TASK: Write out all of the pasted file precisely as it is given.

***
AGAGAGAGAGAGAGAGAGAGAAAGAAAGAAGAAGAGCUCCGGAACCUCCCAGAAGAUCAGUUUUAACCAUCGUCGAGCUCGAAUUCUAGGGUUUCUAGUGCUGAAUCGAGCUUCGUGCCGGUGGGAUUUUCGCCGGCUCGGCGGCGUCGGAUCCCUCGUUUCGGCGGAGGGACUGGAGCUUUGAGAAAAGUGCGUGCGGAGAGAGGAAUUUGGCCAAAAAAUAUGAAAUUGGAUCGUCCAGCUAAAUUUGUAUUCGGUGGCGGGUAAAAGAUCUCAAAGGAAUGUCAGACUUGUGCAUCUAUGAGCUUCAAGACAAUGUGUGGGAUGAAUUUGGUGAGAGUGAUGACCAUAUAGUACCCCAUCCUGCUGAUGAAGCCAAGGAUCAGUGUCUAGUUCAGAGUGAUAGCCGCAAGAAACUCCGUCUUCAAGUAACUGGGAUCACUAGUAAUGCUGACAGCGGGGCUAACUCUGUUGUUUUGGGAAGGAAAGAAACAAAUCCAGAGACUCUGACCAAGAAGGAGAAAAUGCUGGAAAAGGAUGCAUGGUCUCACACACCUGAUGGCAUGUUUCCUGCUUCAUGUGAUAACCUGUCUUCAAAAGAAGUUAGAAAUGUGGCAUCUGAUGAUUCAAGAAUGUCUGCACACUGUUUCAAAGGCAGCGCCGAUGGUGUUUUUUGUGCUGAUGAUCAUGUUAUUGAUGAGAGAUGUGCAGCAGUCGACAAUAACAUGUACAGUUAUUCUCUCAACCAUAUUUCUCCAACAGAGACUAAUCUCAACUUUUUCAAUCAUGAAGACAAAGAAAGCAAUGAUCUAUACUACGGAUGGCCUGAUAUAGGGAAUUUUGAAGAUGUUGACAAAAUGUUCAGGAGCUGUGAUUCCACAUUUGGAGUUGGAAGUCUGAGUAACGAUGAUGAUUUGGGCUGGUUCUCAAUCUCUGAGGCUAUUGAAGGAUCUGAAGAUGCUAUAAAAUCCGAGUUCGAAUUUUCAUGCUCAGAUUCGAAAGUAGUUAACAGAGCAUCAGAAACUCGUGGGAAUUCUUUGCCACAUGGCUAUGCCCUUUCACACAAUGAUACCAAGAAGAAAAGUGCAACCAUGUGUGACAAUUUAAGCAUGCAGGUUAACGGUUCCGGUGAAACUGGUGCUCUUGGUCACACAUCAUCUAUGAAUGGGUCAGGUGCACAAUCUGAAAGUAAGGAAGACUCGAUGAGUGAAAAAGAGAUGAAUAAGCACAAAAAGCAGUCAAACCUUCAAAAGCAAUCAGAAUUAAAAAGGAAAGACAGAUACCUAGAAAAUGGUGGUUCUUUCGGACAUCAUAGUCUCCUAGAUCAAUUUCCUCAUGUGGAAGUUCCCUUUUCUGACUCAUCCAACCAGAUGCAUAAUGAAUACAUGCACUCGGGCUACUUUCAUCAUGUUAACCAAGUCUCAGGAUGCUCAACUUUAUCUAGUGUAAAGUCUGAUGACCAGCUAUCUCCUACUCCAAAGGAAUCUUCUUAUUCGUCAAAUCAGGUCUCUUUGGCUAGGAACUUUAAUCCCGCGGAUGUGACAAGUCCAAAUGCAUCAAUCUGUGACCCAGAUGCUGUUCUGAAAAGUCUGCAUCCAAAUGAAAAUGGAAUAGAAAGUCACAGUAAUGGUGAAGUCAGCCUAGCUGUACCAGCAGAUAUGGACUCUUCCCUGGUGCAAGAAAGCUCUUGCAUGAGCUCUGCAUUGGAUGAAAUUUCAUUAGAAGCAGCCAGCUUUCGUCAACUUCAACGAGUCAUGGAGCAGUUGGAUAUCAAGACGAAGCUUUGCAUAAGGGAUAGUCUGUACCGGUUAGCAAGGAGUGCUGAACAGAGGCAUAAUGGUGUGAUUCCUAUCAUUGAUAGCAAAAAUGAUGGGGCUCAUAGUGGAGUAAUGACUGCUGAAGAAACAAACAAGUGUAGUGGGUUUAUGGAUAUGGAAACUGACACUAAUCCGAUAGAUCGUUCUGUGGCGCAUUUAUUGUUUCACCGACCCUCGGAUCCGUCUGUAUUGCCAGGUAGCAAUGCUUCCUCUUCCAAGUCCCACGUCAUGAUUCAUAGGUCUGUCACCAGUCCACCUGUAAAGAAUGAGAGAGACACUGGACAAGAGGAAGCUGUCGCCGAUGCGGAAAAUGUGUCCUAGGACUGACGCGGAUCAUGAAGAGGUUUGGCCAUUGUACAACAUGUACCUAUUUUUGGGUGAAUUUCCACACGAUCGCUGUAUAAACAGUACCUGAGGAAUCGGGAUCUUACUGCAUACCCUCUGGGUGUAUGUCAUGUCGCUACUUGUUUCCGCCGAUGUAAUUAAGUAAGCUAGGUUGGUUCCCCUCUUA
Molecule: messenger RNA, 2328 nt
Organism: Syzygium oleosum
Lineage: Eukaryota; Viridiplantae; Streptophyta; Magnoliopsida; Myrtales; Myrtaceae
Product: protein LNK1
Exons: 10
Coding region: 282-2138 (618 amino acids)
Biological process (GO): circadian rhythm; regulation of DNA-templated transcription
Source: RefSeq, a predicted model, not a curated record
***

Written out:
AGAGAGAGAGAGAGAGAGAGAAAGAAAGAAGAAGAGCUCCGGAACCUCCCAGAAGAUCAGUUUUAACCAUCGUCGAGCUCGAAUUCUAGGGUUUCUAGUGCUGAAUCGAGCUUCGUGCCGGUGGGAUUUUCGCCGGCUCGGCGGCGUCGGAUCCCUCGUUUCGGCGGAGGGACUGGAGCUUUGAGAAAAGUGCGUGCGGAGAGAGGAAUUUGGCCAAAAAAUAUGAAAUUGGAUCGUCCAGCUAAAUUUGUAUUCGGUGGCGGGUAAAAGAUCUCAAAGGAAUGUCAGACUUGUGCAUCUAUGAGCUUCAAGACAAUGUGUGGGAUGAAUUUGGUGAGAGUGAUGACCAUAUAGUACCCCAUCCUGCUGAUGAAGCCAAGGAUCAGUGUCUAGUUCAGAGUGAUAGCCGCAAGAAACUCCGUCUUCAAGUAACUGGGAUCACUAGUAAUGCUGACAGCGGGGCUAACUCUGUUGUUUUGGGAAGGAAAGAAACAAAUCCAGAGACUCUGACCAAGAAGGAGAAAAUGCUGGAAAAGGAUGCAUGGUCUCACACACCUGAUGGCAUGUUUCCUGCUUCAUGUGAUAACCUGUCUUCAAAAGAAGUUAGAAAUGUGGCAUCUGAUGAUUCAAGAAUGUCUGCACACUGUUUCAAAGGCAGCGCCGAUGGUGUUUUUUGUGCUGAUGAUCAUGUUAUUGAUGAGAGAUGUGCAGCAGUCGACAAUAACAUGUACAGUUAUUCUCUCAACCAUAUUUCUCCAACAGAGACUAAUCUCAACUUUUUCAAUCAUGAAGACAAAGAAAGCAAUGAUCUAUACUACGGAUGGCCUGAUAUAGGGAAUUUUGAAGAUGUUGACAAAAUGUUCAGGAGCUGUGAUUCCACAUUUGGAGUUGGAAGUCUGAGUAACGAUGAUGAUUUGGGCUGGUUCUCAAUCUCUGAGGCUAUUGAAGGAUCUGAAGAUGCUAUAAAAUCCGAGUUCGAAUUUUCAUGCUCAGAUUCGAAAGUAGUUAACAGAGCAUCAGAAACUCGUGGGAAUUCUUUGCCACAUGGCUAUGCCCUUUCACACAAUGAUACCAAGAAGAAAAGUGCAACCAUGUGUGACAAUUUAAGCAUGCAGGUUAACGGUUCCGGUGAAACUGGUGCUCUUGGUCACACAUCAUCUAUGAAUGGGUCAGGUGCACAAUCUGAAAGUAAGGAAGACUCGAUGAGUGAAAAAGAGAUGAAUAAGCACAAAAAGCAGUCAAACCUUCAAAAGCAAUCAGAAUUAAAAAGGAAAGACAGAUACCUAGAAAAUGGUGGUUCUUUCGGACAUCAUAGUCUCCUAGAUCAAUUUCCUCAUGUGGAAGUUCCCUUUUCUGACUCAUCCAACCAGAUGCAUAAUGAAUACAUGCACUCGGGCUACUUUCAUCAUGUUAACCAAGUCUCAGGAUGCUCAACUUUAUCUAGUGUAAAGUCUGAUGACCAGCUAUCUCCUACUCCAAAGGAAUCUUCUUAUUCGUCAAAUCAGGUCUCUUUGGCUAGGAACUUUAAUCCCGCGGAUGUGACAAGUCCAAAUGCAUCAAUCUGUGACCCAGAUGCUGUUCUGAAAAGUCUGCAUCCAAAUGAAAAUGGAAUAGAAAGUCACAGUAAUGGUGAAGUCAGCCUAGCUGUACCAGCAGAUAUGGACUCUUCCCUGGUGCAAGAAAGCUCUUGCAUGAGCUCUGCAUUGGAUGAAAUUUCAUUAGAAGCAGCCAGCUUUCGUCAACUUCAACGAGUCAUGGAGCAGUUGGAUAUCAAGACGAAGCUUUGCAUAAGGGAUAGUCUGUACCGGUUAGCAAGGAGUGCUGAACAGAGGCAUAAUGGUGUGAUUCCUAUCAUUGAUAGCAAAAAUGAUGGGGCUCAUAGUGGAGUAAUGACUGCUGAAGAAACAAACAAGUGUAGUGGGUUUAUGGAUAUGGAAACUGACACUAAUCCGAUAGAUCGUUCUGUGGCGCAUUUAUUGUUUCACCGACCCUCGGAUCCGUCUGUAUUGCCAGGUAGCAAUGCUUCCUCUUCCAAGUCCCACGUCAUGAUUCAUAGGUCUGUCACCAGUCCACCUGUAAAGAAUGAGAGAGACACUGGACAAGAGGAAGCUGUCGCCGAUGCGGAAAAUGUGUCCUAGGACUGACGCGGAUCAUGAAGAGGUUUGGCCAUUGUACAACAUGUACCUAUUUUUGGGUGAAUUUCCACACGAUCGCUGUAUAAACAGUACCUGAGGAAUCGGGAUCUUACUGCAUACCCUCUGGGUGUAUGUCAUGUCGCUACUUGUUUCCGCCGAUGUAAUUAAGUAAGCUAGGUUGGUUCCCCUCUUA
Molecule: messenger RNA, 2328 nt
Organism: Syzygium oleosum
Lineage: Eukaryota; Viridiplantae; Streptophyta; Magnoliopsida; Myrtales; Myrtaceae
Product: protein LNK1
Exons: 10
Coding region: 282-2138 (618 amino acids)
Biological process (GO): circadian rhythm; regulation of DNA-templated transcription
Source: RefSeq, a predicted model, not a curated record